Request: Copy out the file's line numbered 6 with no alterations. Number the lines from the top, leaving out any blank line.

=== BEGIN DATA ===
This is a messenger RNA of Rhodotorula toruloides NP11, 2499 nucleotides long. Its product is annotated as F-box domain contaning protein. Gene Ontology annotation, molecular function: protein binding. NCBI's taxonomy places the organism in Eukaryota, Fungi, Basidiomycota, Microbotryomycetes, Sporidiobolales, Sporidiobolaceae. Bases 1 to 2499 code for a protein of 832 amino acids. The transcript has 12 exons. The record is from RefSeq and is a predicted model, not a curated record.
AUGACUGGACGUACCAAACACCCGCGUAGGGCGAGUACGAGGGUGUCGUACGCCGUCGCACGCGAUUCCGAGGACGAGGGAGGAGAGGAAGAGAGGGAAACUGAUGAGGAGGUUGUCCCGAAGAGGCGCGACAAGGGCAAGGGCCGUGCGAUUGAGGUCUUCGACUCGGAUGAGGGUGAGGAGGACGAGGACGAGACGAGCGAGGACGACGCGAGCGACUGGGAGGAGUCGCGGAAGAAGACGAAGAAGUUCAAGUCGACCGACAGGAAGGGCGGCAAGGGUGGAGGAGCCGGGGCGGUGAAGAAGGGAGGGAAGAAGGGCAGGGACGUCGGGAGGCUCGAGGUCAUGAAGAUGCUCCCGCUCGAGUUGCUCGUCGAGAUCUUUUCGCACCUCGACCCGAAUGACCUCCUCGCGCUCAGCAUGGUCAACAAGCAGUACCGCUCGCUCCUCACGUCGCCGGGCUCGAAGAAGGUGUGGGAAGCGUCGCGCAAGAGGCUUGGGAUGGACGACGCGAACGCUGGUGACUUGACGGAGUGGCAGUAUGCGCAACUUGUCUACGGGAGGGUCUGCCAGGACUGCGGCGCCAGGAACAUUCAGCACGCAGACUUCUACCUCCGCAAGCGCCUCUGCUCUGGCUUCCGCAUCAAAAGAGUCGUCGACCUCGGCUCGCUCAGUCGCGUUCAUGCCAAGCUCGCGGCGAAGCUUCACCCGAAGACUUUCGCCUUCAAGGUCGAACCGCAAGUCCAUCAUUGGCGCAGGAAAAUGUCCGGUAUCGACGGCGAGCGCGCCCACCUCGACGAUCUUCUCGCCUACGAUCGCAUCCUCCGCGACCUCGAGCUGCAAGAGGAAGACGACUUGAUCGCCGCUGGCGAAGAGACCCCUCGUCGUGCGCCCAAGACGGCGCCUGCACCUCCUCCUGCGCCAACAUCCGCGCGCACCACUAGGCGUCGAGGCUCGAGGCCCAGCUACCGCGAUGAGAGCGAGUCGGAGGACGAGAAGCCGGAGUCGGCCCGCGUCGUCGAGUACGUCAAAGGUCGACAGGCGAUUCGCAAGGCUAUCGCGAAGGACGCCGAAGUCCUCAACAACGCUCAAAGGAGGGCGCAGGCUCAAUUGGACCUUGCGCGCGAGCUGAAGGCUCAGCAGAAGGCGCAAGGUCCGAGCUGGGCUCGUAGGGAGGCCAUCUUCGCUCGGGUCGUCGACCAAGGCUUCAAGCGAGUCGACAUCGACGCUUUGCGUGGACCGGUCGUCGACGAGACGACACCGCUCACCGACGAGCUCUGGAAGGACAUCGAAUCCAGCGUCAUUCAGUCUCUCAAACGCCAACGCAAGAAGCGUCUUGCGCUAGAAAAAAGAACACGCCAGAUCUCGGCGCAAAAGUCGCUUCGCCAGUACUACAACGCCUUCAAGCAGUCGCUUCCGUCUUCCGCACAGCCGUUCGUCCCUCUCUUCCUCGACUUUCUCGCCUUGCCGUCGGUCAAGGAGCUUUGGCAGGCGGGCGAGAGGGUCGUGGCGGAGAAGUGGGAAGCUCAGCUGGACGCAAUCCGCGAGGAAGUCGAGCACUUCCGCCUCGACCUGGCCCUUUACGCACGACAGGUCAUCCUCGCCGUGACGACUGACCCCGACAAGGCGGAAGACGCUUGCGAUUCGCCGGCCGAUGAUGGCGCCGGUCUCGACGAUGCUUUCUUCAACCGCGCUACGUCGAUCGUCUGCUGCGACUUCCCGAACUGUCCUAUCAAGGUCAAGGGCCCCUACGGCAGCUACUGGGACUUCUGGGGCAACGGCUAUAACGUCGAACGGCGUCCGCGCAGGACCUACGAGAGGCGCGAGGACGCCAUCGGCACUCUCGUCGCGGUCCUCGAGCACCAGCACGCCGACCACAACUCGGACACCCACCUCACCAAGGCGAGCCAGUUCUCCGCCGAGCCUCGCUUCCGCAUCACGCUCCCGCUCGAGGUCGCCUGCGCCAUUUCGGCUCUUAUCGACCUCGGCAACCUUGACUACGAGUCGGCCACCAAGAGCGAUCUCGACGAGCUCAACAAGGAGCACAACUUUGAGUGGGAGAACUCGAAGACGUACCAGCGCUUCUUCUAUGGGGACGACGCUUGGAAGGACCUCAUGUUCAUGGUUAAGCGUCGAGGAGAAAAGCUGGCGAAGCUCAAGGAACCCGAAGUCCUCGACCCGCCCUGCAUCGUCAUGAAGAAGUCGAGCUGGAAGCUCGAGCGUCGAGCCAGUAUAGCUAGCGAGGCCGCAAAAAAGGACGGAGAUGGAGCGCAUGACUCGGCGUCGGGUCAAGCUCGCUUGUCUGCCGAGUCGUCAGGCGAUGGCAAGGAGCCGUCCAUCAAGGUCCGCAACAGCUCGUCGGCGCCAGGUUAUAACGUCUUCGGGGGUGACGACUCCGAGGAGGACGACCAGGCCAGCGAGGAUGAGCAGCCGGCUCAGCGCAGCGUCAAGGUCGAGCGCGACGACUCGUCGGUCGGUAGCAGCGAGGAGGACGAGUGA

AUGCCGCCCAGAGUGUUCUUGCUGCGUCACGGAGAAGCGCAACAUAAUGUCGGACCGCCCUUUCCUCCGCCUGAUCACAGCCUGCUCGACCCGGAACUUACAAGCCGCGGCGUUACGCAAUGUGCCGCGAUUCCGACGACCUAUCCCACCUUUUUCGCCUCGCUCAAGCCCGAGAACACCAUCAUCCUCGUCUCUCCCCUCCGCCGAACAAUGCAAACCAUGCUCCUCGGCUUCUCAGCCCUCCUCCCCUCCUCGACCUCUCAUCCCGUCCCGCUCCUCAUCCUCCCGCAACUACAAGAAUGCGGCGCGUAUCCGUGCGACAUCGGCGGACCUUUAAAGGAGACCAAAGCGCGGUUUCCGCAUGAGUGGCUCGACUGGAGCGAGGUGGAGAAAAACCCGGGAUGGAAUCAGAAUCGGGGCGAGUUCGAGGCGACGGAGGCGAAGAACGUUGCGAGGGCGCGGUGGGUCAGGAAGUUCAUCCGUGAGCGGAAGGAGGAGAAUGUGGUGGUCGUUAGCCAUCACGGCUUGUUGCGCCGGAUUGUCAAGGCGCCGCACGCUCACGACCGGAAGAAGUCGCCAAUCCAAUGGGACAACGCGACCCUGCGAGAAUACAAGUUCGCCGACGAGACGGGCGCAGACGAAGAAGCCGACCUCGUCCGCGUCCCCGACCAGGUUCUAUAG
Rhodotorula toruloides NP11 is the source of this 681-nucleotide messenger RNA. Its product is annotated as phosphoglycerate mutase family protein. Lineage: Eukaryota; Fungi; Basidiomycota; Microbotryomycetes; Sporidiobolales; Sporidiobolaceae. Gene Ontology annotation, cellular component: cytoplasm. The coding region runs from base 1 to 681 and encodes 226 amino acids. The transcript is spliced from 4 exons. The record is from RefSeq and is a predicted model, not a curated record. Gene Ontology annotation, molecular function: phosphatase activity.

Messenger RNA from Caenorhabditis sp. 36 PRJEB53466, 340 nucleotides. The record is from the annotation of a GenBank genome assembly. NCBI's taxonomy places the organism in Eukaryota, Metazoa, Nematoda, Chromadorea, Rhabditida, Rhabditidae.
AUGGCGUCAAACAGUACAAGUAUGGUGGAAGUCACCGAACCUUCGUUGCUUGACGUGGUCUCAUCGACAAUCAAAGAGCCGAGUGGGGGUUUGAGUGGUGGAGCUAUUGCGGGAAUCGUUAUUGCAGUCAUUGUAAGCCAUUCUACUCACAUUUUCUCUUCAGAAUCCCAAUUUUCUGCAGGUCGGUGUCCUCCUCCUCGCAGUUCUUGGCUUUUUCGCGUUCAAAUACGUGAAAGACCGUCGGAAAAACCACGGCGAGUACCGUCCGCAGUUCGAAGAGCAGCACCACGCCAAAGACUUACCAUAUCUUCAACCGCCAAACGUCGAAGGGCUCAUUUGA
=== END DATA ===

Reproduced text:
AUGGCGUCAAACAGUACAAGUAUGGUGGAAGUCACCGAACCUUCGUUGCUUGACGUGGUCUCAUCGACAAUCAAAGAGCCGAGUGGGGGUUUGAGUGGUGGAGCUAUUGCGGGAAUCGUUAUUGCAGUCAUUGUAAGCCAUUCUACUCACAUUUUCUCUUCAGAAUCCCAAUUUUCUGCAGGUCGGUGUCCUCCUCCUCGCAGUUCUUGGCUUUUUCGCGUUCAAAUACGUGAAAGACCGUCGGAAAAACCACGGCGAGUACCGUCCGCAGUUCGAAGAGCAGCACCACGCCAAAGACUUACCAUAUCUUCAACCGCCAAACGUCGAAGGGCUCAUUUGA